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Ayurveda Medical Practices and Cannabis


If you tried to grow weed plants, you know how devastating moldy cannabis plants can be. For many people, this is the worst experience that will cost them hundreds or even thousands of dollars. However, you can learn how to deal with mold on cannabis plants, which will give you some peace of mind. To solve the problem, you need to know what mold looks like on cannabis plants. After learning what mold looks like on cannabis plants, you can deal with it.

First, we will identify the different types of mold. Followed by a comprehensive list of what to do if this happens to your beloved plant. And also how to prevent it.

Different Types Of Marijuana Mold

Growing cannabis comes with many hurdles, and none of them are more common or irritating than mold. Mold is both harmful and annoying, in addition to being a little difficult to deal with. Here is a little advice to identify and prevent this from happening to you:

There are some different types of molds that could potentially invade your cannabis garden. However, there are two streams: powdery mildew and botrytisthe latter being essentially bud rot.

Botrytis is quite difficult to identify because it is only visible at the base of the stem. However, some small leaves will eventually wilt and dry out, which is a sure sign that your buds are in pain.

If you see some of your plant’s leaves drying out, look a little closer and you might find some slightly hairy details. Fluff can potentially start growing on your beloved plant’s leaves which are blue or white, which is harmless enough if treated immediately. However, if you allow botrytis to progress, you may notice tiny blackheads appearing in the mold. They’re spores, and they spread like crazy, so don’t breathe them in!

Powdery mildew is another extremely common type of plant mold and can be observed to look exactly like the name suggests. Powdery mildew is a white, dusty substance that sits on the surface of plant leaves and inhibits photosynthesis, which is how your plant makes its food, using light. Eventually, if your plants suffer from this disease, their leaves shrivel and die, therefore it is best to prevent powdery mildew from occurring in the first place. But how do you do that?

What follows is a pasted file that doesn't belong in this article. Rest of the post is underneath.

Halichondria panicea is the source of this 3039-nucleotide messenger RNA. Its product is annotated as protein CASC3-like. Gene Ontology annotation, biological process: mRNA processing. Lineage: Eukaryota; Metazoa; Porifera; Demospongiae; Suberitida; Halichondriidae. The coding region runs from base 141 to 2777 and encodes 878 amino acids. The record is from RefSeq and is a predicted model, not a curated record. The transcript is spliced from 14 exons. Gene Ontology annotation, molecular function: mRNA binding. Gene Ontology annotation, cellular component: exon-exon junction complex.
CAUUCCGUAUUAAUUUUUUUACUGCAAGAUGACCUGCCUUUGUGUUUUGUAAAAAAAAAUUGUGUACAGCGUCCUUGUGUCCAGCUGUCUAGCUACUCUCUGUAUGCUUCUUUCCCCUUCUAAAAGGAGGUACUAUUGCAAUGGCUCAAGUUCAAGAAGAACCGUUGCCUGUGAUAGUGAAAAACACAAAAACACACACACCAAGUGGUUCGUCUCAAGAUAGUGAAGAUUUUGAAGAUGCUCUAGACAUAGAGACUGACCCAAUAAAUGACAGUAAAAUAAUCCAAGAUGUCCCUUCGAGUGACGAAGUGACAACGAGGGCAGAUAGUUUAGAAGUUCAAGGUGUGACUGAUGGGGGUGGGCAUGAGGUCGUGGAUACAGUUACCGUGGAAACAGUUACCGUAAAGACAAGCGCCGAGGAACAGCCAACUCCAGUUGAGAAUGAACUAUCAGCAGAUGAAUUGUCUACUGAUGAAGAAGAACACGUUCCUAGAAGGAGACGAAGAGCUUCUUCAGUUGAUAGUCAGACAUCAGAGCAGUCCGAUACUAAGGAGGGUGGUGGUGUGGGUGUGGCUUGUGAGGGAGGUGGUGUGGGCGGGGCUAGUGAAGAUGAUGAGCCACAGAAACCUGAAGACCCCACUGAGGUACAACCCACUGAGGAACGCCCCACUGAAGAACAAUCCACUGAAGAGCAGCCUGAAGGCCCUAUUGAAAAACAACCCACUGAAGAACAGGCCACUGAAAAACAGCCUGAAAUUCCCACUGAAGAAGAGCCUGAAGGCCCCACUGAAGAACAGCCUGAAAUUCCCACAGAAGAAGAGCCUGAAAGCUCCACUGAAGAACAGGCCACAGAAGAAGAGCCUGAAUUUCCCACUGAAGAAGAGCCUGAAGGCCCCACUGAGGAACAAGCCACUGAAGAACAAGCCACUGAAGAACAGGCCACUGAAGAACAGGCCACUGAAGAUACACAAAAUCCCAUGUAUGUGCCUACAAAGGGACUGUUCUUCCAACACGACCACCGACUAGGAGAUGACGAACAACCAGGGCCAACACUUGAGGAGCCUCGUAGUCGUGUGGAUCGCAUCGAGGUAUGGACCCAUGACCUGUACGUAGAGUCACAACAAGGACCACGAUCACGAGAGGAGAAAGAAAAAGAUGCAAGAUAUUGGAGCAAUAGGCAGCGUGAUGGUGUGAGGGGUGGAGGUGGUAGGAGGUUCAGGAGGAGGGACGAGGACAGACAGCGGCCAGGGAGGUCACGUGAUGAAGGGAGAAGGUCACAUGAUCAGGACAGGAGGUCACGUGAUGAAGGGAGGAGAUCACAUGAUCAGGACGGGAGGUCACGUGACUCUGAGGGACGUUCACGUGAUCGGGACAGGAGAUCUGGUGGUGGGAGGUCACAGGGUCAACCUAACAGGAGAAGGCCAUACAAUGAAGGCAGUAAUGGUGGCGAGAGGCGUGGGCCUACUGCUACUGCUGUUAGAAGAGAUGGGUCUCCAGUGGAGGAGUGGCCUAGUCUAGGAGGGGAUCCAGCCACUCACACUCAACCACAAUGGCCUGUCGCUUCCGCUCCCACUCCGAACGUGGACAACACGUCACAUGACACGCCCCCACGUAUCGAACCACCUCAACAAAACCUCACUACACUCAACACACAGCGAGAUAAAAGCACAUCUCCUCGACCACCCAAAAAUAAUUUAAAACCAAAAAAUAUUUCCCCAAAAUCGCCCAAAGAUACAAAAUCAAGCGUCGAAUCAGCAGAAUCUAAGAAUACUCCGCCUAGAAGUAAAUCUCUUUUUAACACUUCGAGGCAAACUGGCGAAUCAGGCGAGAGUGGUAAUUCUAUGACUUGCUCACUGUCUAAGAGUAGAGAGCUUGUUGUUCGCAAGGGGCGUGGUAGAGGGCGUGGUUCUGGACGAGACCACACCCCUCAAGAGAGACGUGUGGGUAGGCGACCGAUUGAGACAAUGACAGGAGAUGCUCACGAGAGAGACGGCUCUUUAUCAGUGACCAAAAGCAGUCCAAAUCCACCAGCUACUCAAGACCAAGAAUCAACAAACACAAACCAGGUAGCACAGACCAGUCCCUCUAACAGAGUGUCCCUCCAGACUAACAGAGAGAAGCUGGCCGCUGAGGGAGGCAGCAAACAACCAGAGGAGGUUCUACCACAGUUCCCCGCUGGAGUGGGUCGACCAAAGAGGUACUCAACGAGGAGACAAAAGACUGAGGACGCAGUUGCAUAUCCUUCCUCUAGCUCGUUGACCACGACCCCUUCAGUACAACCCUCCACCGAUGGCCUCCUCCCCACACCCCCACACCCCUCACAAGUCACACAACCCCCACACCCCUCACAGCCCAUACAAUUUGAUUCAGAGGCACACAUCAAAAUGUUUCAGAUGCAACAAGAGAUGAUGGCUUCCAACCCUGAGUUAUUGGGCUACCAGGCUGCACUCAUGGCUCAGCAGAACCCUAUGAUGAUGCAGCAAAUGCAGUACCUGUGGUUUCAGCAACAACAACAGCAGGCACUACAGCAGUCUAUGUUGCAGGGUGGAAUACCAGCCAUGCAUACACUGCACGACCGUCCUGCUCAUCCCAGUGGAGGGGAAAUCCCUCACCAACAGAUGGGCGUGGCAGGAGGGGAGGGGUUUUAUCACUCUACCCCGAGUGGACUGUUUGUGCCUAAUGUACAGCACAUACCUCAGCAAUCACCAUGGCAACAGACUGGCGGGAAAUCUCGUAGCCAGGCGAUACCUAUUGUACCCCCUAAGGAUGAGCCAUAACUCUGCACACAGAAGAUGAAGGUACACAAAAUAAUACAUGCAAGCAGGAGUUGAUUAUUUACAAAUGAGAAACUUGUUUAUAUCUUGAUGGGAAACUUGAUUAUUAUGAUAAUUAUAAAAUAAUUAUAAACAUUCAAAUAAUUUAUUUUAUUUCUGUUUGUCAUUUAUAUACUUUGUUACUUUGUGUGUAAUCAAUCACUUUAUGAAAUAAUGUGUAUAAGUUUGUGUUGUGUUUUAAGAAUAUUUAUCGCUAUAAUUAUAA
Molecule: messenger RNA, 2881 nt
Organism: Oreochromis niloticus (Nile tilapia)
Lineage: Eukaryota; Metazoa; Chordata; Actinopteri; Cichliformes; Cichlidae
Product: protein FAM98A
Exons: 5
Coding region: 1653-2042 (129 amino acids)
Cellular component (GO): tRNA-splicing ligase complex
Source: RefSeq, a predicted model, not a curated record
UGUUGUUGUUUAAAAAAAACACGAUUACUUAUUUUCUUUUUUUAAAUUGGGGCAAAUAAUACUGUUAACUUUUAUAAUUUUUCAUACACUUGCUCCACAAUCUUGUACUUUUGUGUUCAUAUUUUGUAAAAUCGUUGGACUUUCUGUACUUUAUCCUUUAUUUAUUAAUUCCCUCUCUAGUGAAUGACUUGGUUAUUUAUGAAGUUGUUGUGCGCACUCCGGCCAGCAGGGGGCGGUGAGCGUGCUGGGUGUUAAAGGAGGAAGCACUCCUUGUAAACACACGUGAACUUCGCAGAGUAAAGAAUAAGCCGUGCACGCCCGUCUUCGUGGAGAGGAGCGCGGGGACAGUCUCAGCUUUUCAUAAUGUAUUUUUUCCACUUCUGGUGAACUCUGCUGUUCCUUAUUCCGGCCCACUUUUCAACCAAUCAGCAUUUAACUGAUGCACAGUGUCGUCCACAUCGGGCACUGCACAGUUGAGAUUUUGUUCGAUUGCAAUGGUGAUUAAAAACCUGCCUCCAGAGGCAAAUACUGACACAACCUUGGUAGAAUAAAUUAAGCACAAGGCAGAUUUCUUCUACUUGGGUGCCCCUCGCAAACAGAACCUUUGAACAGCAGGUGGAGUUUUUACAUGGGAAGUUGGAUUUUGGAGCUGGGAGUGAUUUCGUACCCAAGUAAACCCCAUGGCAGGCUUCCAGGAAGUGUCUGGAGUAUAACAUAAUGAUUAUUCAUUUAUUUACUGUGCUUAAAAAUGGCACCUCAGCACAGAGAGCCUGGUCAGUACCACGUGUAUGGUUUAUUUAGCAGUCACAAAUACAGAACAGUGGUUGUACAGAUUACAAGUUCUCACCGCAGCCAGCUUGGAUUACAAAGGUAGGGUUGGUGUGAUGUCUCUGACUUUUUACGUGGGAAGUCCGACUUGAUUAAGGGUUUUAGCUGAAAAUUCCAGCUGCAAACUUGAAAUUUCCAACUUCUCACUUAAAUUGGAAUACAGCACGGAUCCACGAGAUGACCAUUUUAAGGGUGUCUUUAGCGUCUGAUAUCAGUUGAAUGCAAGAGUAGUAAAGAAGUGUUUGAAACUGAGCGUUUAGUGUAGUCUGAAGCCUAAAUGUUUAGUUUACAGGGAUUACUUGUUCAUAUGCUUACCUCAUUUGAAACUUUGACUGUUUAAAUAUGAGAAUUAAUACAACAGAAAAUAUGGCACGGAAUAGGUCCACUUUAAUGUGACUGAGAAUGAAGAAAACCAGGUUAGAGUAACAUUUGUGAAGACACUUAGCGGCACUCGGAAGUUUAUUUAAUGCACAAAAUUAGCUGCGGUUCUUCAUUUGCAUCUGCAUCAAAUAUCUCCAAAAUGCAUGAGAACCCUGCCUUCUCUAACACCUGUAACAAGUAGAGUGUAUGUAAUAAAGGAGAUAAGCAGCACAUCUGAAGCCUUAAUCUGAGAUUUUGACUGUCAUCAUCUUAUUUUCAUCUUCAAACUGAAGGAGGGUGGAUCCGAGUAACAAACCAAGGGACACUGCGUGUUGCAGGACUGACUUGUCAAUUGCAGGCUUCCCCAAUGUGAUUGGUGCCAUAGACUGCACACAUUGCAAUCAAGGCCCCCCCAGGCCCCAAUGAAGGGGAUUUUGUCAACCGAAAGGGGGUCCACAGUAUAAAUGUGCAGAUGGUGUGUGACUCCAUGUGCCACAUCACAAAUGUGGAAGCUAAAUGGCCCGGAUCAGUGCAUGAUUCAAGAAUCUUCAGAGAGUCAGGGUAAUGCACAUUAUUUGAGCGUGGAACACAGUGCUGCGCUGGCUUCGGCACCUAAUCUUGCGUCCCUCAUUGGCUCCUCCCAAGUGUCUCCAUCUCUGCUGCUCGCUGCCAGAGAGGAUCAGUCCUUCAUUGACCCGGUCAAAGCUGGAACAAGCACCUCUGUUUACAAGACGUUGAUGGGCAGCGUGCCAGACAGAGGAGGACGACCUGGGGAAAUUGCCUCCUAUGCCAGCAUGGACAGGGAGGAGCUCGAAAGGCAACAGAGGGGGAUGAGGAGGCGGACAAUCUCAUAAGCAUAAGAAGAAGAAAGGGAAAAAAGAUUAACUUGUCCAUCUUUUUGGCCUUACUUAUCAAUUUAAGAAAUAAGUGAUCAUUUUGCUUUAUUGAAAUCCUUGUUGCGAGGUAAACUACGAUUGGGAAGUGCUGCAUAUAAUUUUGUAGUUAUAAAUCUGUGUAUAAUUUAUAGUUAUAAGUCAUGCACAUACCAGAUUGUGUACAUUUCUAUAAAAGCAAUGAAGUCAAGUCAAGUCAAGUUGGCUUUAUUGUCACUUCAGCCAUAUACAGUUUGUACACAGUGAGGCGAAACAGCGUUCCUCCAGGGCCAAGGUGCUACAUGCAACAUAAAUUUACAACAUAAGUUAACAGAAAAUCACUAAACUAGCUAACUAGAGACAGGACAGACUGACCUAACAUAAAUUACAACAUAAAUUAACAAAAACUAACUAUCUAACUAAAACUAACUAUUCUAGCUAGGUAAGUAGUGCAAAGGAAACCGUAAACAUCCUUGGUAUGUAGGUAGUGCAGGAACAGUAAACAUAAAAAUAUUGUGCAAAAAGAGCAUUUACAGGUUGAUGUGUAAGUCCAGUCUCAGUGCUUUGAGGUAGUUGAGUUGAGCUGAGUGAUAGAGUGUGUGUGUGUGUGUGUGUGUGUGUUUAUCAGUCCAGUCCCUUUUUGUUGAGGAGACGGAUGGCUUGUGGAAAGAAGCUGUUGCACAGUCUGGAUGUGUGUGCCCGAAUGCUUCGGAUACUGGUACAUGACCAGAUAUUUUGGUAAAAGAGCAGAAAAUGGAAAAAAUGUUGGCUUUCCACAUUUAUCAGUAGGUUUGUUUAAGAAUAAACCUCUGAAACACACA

Mold on cannabis buds

How to deal with mold on weed plants

As mentioned at the beginning, the worst aspect of growing the cannabis plant is an infestation of mold which, when it takes hold of the plant, does not seem to go away easily. But here are simple and ingenious ways to fight mold:

1. Remove buds from faded plants

Anytime you see a wilted cannabis bud, it’s a sign that mold has invaded the plant. Instead of wasting time, gently remove the bud. If you get rid of it, chances are you’ll save the rest of the plant.

2. Cut off affected leaves

Just as you would with the affected bud, if you suspect part of the cannabis leaf has been affected, it is best to cut it off. We recommend remove all affected leaves and buds of infected plant, instead of waiting for the mold to spread to all the other cannabis plants.

3. Make sure there is good air circulation

One of the biggest contributors and facilitators of mold on marijuana plants is the lack of proper airflow to the plant. To ensure that mold does not invade your plants, ensure that there is adequate air circulation in the crops.

4. Inspect the humidity

The amount of heat and air in your yard is also crucial in taming mold on cannabis plants. Although it can be difficult for those growing cannabis outdoors, it is still essential to check the humidity levels.

humidity

5. Ensure a constant climate on the plants

The issue of ensuring a consistent climate on marijuana plants is complicated, especially if you are growing your plants in an open field. For those growing cannabis in an enclosed space, it’s more comfortable. You can use dehumidifiers and fans to regulate the indoor climate around your crops.

6. Control the temperature

Like any other crop, the cannabis plant and the temperature of the environment are key to preventing mold on cannabis plants. To keep the temperature constant around your crops, use available temperature control devices that will keep it within normal ranges while providing high airflow but keeping humidity at bay.